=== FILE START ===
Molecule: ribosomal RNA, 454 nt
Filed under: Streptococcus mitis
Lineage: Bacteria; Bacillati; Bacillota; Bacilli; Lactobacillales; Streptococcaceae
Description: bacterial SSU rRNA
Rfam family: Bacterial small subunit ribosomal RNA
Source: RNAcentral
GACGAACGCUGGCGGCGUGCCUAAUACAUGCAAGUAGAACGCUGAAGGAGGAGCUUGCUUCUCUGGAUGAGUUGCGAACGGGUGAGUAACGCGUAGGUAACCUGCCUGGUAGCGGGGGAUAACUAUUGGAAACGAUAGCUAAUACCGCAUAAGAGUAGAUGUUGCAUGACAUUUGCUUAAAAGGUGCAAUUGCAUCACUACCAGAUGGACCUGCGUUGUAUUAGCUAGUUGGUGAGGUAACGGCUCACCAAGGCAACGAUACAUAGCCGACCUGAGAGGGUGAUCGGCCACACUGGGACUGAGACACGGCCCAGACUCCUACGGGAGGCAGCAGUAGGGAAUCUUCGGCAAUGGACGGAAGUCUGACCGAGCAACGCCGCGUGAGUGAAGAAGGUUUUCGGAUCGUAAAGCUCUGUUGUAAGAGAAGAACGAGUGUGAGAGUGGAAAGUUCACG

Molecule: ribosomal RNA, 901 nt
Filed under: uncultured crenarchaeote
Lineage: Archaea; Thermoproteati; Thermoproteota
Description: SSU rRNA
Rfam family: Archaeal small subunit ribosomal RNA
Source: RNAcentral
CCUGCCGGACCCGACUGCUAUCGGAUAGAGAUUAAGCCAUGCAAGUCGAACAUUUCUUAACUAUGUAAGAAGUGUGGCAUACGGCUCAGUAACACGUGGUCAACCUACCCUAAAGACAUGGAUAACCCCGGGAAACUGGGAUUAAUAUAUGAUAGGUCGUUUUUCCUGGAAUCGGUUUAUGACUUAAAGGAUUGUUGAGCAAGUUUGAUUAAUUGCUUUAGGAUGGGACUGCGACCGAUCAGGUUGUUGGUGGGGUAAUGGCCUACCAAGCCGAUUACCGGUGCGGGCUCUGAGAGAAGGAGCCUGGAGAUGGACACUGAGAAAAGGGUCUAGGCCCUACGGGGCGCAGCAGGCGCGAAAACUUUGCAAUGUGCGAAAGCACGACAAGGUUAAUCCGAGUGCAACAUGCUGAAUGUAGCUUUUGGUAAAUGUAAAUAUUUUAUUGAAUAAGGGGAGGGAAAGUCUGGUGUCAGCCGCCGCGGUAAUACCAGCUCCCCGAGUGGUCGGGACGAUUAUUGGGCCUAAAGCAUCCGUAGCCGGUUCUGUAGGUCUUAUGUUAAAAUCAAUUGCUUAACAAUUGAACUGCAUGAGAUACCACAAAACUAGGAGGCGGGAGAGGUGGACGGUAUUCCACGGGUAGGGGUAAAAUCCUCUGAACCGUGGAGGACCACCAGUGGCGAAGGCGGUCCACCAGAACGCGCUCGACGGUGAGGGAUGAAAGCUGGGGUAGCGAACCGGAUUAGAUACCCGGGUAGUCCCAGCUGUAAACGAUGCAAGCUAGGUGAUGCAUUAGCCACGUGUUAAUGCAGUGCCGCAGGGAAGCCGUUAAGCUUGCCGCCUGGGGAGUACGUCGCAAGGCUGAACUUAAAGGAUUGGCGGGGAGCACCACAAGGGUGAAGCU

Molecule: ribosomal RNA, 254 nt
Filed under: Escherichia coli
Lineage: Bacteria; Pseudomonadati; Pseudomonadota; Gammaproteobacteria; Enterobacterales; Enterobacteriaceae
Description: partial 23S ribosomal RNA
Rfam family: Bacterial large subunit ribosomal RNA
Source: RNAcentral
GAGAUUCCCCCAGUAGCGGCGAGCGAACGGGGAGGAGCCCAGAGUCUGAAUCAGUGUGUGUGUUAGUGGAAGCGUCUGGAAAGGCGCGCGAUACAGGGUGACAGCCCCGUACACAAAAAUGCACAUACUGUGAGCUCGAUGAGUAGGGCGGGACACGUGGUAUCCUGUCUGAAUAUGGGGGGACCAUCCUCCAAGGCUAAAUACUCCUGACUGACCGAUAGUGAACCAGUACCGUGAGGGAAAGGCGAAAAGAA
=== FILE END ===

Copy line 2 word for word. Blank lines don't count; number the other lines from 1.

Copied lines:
Filed under: Streptococcus mitis